The Uttar Pradesh government has extended by three months the detention of physician Kafeel Khan under the National Security Act for his alleged provocative speech during the anti-Citizenship Amendment Act protests.
Khan was arrested in January for delivering the speech at Aligarh Muslim University on December 10, 2019.
It is the second time his detention under the stringent law has been extended by another three months, this time beyond August 13.
Under the National Security Act, people can be detained without a charge for up to 12 months if authorities are satisfied that they are threat to the national security or law and order.
In an order dated August 4, 2020, the UP Home Department said the NSA was invoked against Khan on February 13, 2020, on the orders of the Aligarh District Magistrate.
“The matter was then sent to the advisory council, which in its report, said there are 'enough reasons' to keep Khan in jail following which orders were given on May 6, 2020, to extend his detention under the NSA by three months, that is till August 13, 2020,” the order said.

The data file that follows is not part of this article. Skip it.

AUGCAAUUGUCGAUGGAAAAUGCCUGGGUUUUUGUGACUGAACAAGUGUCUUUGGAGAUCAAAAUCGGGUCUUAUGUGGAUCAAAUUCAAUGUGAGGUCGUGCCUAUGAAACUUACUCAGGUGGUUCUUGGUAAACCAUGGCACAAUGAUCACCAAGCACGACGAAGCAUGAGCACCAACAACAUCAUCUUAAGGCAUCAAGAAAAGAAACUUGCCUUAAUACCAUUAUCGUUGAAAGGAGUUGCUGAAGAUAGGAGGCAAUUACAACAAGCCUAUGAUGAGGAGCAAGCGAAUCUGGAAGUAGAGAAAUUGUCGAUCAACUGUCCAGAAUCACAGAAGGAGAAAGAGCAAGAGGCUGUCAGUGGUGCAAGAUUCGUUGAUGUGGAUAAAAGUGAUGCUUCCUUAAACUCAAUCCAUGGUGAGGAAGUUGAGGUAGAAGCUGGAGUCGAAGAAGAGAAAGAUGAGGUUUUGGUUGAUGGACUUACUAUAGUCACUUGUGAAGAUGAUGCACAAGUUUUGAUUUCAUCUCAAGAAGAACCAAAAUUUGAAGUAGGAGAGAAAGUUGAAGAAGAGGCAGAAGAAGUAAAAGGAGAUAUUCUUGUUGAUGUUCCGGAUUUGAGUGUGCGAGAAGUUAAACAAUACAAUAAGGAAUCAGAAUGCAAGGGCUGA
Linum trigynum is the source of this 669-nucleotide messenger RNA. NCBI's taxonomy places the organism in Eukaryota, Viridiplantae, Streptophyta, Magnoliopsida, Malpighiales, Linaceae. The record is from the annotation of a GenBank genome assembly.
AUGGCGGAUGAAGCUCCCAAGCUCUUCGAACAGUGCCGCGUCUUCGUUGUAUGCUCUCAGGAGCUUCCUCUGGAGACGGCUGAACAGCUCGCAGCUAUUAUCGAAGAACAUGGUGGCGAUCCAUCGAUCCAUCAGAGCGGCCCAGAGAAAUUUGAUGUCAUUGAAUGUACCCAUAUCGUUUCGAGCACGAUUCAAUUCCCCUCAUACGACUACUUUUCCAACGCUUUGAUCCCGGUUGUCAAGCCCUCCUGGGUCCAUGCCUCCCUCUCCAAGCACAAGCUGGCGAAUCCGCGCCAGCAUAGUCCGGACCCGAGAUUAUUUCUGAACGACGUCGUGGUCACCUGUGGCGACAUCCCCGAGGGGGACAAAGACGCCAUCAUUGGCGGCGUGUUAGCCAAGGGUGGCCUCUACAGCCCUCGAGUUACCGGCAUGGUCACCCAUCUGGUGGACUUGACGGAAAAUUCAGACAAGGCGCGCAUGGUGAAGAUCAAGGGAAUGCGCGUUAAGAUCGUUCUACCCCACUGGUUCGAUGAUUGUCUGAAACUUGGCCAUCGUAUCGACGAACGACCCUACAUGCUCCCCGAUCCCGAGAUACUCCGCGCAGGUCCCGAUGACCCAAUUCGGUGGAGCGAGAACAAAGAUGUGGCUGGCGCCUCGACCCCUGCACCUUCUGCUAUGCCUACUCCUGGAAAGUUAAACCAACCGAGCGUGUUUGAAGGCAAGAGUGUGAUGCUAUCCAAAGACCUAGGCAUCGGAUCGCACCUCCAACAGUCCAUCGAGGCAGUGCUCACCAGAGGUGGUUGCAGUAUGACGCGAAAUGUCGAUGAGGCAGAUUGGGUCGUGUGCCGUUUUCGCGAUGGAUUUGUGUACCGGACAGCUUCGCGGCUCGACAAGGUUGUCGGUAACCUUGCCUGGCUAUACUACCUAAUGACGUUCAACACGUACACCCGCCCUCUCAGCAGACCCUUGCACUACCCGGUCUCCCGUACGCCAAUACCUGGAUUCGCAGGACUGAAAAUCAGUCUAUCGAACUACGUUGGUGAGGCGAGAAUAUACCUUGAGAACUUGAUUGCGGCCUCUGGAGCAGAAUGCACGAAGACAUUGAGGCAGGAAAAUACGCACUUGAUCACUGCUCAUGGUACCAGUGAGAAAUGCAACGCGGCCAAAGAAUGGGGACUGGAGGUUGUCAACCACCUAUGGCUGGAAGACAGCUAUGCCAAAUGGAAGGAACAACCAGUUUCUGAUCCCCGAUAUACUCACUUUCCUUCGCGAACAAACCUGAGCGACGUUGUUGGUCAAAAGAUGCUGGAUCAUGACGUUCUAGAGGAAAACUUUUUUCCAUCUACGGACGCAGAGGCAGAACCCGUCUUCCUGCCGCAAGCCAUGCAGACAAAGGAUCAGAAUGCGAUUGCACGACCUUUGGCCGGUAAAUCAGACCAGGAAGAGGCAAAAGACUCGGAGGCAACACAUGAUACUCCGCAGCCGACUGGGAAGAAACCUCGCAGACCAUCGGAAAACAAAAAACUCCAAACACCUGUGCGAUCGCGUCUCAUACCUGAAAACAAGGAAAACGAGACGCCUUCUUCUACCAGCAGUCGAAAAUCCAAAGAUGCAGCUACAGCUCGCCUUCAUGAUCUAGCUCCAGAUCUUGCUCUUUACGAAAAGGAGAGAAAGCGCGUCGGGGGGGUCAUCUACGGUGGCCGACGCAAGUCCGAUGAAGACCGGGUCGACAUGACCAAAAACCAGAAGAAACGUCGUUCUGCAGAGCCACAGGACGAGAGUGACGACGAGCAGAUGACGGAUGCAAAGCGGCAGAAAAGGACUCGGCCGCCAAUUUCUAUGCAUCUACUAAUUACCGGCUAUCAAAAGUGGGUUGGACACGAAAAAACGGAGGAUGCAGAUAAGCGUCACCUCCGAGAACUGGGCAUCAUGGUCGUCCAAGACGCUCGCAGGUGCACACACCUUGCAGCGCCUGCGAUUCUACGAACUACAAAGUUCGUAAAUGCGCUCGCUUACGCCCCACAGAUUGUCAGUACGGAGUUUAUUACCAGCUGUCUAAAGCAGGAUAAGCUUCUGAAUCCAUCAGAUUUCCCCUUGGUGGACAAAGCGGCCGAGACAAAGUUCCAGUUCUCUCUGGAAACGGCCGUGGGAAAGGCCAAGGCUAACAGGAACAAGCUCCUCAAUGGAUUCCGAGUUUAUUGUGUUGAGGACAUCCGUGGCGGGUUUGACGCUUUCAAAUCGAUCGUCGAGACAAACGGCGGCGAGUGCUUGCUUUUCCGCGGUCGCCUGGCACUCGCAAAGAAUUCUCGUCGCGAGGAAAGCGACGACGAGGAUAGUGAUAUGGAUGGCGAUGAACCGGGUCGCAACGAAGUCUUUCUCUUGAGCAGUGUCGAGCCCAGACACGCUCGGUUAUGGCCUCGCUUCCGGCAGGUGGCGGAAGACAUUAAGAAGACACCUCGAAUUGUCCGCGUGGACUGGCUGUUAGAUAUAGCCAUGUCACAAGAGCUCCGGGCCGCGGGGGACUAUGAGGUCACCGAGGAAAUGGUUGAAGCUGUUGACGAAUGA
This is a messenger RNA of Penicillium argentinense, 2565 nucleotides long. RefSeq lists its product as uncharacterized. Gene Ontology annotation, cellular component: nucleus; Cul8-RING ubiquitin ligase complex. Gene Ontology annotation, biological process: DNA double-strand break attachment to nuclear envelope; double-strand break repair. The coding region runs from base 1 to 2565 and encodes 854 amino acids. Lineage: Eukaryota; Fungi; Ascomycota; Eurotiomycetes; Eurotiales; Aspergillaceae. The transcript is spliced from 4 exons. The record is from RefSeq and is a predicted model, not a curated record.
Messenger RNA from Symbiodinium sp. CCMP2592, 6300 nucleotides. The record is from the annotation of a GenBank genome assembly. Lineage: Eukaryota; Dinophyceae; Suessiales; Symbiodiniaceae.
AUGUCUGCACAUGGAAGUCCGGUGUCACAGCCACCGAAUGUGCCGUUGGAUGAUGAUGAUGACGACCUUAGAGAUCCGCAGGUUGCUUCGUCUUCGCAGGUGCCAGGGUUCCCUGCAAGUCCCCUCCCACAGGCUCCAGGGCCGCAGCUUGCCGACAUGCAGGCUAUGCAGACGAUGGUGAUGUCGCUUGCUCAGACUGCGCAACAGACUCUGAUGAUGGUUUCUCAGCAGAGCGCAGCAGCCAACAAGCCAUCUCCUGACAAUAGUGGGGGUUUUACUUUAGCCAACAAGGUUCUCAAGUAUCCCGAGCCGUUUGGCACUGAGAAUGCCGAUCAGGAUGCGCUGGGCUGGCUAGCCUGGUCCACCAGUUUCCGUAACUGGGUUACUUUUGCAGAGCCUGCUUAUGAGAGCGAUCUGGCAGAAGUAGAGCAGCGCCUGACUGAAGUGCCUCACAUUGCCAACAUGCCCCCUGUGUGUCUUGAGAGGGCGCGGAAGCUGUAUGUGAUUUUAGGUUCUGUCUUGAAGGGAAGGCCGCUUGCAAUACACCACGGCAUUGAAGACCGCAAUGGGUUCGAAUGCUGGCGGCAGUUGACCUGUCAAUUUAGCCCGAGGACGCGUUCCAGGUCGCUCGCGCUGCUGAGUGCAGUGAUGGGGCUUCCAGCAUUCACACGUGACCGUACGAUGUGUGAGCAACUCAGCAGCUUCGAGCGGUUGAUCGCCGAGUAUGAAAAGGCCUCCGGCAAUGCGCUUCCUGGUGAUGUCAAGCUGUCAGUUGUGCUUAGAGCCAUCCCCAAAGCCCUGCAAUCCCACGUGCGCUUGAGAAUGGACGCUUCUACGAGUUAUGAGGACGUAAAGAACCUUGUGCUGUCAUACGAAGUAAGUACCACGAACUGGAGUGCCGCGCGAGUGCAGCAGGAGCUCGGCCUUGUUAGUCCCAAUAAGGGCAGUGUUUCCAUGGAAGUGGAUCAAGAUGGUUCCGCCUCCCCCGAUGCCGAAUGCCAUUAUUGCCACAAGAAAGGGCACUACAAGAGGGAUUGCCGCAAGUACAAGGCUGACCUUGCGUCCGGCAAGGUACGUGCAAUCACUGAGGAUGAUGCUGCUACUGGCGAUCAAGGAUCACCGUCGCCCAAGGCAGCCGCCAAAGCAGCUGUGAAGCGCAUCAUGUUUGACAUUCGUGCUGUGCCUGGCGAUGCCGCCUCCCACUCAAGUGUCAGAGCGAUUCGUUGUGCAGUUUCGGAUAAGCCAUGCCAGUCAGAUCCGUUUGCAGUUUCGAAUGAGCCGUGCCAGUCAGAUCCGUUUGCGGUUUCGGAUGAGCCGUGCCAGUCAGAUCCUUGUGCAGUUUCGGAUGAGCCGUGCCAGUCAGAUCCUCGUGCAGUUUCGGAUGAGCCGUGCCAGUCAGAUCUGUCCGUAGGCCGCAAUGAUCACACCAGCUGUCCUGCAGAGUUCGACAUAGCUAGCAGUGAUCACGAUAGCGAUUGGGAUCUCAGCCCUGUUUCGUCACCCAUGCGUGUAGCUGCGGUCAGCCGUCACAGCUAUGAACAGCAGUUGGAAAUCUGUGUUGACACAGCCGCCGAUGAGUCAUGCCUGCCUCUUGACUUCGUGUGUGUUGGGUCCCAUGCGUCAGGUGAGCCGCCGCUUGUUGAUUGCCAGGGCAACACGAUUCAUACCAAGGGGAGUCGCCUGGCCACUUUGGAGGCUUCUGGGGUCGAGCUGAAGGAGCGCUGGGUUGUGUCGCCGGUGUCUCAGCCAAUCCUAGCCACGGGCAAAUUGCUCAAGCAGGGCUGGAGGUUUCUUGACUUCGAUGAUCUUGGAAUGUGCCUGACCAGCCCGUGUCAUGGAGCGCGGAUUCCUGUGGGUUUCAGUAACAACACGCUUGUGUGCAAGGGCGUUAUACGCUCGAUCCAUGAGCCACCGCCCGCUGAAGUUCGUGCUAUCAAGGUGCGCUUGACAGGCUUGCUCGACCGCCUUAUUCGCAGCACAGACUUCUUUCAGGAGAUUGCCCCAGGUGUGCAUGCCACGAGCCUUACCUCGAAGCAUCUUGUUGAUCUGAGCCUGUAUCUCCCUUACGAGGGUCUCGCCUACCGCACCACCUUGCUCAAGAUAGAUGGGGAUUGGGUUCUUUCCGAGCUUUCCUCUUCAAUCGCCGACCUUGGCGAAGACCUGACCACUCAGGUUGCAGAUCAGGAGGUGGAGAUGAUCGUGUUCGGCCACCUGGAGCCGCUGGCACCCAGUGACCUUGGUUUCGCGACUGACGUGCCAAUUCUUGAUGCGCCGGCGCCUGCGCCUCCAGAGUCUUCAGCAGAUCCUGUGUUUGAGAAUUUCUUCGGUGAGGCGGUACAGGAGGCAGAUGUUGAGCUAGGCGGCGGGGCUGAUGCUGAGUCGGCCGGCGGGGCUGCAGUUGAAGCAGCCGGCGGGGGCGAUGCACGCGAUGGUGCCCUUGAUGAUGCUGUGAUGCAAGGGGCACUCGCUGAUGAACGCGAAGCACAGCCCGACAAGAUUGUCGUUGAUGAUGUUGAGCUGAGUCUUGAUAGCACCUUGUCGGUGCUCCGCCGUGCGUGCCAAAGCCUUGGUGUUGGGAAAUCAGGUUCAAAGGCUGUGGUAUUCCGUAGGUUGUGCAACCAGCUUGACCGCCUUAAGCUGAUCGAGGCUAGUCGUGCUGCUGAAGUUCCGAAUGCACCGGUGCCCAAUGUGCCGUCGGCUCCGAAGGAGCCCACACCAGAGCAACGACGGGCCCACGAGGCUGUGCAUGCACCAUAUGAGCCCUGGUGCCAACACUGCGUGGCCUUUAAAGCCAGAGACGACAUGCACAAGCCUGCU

According to the report of the UP advisory council and the report obtained from District Magistrate, Aligarh, Governor Anandiben Patel using the powers vested in her, directed that the detention of Kafeel Khan be further extended by three more months.
"As a result, Kafeel will remain in jail till November 13, 2020," the order said.
Khan was booked under IPC section 153A (promoting enmity between different groups on grounds of religion).
According to the FIR registered against him, his speech threatened to “disrupt the harmony between the communities” and was “also likely to create a law and order situation”.
Later, IPC sections 153B (imputations, assertions prejudicial to national integration) and 505(2) (statements creating or promoting enmity, hatred or ill will between classes) were added to the FIR, police said.
The doctor is currently lodged in Mathura jail.
Khan had hit the headlines for the first time in 2017 after the deaths of several kids due to lack of oxygen cylinders at Gorakhpur's Baba Raghav Das Medical College, where he worked as a pediatrician.